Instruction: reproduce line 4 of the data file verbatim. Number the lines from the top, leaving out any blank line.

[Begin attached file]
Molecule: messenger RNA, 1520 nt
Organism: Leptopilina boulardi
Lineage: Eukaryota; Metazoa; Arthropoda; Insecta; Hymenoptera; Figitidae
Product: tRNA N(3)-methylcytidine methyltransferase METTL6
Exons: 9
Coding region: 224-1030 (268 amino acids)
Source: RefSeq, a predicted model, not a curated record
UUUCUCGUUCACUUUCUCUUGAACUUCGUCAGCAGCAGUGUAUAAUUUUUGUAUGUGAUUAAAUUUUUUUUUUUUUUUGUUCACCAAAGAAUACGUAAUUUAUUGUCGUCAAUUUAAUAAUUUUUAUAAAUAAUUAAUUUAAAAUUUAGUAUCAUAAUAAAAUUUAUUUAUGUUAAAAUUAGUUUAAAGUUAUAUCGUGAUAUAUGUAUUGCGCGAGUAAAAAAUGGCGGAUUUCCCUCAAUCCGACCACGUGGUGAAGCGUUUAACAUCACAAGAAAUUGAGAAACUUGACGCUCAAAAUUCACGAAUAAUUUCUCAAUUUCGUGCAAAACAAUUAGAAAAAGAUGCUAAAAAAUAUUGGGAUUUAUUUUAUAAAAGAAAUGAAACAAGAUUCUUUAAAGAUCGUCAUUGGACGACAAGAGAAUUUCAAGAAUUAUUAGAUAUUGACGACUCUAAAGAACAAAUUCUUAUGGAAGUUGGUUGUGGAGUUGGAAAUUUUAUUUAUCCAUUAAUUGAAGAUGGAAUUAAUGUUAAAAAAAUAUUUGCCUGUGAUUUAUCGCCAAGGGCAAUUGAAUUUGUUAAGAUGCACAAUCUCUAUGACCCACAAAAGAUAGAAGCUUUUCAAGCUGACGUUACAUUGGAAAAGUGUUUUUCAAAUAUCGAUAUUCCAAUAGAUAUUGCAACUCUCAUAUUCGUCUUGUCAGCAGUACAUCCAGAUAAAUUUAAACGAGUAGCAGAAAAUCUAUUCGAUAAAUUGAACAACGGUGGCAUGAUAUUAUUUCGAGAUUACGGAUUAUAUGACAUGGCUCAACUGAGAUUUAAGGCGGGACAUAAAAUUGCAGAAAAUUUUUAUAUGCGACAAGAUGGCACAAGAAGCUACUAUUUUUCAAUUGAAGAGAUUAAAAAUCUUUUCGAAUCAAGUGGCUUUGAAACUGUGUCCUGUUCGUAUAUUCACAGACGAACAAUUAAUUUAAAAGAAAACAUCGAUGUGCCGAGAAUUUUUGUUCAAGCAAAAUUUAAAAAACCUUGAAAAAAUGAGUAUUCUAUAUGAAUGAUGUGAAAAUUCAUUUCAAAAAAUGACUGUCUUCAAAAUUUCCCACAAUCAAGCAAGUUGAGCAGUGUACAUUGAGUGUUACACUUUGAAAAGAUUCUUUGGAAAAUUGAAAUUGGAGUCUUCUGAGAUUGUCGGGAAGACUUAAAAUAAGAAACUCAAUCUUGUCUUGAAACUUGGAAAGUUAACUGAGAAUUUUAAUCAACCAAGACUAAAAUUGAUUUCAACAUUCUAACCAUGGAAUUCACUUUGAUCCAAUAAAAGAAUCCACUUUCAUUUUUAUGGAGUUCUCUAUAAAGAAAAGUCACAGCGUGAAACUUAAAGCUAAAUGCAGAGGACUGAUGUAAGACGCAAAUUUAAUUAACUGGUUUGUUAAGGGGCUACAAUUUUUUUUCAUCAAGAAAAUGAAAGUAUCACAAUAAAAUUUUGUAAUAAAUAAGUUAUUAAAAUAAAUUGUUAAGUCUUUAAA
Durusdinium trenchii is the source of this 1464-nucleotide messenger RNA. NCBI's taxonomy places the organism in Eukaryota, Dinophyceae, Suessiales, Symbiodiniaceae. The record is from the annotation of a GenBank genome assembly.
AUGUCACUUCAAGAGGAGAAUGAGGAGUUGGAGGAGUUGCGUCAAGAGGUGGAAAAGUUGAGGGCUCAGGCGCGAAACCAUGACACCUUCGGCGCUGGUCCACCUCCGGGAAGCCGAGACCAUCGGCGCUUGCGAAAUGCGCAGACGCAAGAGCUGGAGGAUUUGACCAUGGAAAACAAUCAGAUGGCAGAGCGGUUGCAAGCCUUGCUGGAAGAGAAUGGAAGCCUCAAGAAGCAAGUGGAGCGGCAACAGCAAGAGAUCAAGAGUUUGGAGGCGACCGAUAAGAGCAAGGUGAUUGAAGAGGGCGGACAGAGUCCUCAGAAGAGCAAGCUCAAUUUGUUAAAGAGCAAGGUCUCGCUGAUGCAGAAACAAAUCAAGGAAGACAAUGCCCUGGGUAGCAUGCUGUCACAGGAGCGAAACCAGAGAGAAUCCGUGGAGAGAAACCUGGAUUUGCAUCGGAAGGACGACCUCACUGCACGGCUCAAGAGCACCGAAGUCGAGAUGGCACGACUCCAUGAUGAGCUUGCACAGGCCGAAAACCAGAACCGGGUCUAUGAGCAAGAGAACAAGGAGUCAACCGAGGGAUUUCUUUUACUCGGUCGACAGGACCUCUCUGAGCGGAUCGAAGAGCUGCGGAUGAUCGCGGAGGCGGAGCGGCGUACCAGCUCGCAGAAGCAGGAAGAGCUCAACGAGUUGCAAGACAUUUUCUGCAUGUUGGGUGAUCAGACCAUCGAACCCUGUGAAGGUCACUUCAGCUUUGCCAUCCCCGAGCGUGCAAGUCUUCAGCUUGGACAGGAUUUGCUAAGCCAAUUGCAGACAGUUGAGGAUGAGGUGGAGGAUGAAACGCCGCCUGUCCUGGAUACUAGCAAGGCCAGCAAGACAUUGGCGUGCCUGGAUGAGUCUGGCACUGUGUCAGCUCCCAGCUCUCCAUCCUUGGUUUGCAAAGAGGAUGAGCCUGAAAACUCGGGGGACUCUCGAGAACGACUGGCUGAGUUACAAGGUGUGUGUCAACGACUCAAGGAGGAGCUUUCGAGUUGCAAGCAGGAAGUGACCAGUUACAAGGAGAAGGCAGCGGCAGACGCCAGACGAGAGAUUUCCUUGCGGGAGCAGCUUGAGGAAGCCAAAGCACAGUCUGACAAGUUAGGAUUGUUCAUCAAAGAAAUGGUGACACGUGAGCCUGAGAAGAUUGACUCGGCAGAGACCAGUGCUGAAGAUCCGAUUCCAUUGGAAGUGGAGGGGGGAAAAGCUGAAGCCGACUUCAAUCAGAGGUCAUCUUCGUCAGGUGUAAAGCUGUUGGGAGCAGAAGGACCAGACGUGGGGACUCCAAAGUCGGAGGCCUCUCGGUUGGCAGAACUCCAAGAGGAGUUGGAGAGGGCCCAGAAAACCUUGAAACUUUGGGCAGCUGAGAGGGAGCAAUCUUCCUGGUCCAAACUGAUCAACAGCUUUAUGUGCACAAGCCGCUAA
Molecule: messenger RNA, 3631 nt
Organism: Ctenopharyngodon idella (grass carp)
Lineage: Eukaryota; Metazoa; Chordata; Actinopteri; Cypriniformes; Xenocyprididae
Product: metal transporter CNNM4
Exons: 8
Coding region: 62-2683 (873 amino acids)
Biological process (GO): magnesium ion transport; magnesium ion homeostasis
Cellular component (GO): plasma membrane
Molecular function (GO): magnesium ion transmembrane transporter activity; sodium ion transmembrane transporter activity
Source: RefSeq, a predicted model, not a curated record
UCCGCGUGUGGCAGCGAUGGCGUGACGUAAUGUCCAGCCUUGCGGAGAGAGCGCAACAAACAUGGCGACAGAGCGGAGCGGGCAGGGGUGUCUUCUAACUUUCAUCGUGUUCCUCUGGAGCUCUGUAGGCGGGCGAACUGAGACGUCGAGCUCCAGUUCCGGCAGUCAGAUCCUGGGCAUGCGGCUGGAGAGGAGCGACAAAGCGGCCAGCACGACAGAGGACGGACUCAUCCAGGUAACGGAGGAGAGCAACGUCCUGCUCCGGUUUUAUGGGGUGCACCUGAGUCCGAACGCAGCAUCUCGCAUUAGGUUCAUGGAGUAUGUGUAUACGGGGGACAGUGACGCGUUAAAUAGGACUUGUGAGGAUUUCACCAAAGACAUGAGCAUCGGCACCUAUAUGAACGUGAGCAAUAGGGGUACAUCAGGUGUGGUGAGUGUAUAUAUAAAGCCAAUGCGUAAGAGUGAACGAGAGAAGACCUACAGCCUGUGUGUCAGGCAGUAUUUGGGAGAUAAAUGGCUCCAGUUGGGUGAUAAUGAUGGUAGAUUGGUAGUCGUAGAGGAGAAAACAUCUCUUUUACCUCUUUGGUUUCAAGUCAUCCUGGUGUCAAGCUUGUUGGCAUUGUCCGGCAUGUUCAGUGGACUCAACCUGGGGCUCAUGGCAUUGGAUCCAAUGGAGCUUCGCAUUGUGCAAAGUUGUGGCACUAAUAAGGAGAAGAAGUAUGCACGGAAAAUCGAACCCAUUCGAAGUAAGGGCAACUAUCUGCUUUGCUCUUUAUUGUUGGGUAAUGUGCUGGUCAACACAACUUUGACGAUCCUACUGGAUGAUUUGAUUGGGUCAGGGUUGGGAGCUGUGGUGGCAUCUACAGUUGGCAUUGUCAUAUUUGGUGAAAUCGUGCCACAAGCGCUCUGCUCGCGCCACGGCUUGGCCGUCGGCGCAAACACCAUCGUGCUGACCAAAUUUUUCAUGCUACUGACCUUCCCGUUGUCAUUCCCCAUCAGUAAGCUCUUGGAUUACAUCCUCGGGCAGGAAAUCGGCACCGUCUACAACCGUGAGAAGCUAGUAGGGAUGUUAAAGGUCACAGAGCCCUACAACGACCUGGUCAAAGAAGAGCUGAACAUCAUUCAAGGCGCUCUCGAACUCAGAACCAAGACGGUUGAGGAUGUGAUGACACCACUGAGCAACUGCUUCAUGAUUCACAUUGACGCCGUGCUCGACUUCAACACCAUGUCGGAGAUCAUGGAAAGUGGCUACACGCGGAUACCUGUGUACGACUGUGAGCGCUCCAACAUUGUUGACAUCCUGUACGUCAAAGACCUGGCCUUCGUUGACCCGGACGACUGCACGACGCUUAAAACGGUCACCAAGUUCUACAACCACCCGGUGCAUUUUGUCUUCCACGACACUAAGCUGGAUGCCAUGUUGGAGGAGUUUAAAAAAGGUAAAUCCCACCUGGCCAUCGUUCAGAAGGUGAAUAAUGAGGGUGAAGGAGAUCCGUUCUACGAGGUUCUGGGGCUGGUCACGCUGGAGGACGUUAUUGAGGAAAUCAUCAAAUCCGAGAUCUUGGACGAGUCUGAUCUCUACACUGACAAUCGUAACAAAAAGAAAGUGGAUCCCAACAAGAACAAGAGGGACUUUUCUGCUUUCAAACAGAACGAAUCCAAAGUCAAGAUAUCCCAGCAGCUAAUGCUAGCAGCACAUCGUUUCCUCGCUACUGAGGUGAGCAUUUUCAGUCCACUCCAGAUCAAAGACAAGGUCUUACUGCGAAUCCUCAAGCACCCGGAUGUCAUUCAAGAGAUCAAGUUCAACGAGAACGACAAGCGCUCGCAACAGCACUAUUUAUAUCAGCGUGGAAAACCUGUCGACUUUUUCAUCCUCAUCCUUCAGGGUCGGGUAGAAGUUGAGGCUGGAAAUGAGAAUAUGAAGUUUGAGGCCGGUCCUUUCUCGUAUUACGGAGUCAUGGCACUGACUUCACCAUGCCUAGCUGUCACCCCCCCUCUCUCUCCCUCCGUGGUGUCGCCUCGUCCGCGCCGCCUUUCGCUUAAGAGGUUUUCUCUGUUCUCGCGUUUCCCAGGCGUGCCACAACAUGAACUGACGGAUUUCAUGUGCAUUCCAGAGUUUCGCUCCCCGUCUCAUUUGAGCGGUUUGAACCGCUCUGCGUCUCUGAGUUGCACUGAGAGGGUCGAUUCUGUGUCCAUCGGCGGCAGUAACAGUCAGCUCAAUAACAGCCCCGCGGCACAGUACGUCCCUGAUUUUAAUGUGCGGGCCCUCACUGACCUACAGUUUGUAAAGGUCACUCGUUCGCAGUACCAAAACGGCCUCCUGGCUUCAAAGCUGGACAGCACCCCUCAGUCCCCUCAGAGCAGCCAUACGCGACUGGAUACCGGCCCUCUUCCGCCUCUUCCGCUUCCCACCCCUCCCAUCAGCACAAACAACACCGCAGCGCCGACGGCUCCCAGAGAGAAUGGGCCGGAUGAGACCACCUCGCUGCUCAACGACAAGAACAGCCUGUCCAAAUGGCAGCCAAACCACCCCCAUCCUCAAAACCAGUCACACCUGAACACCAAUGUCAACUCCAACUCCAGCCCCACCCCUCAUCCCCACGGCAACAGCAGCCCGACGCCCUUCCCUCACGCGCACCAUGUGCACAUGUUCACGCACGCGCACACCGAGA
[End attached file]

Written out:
Product: tRNA N(3)-methylcytidine methyltransferase METTL6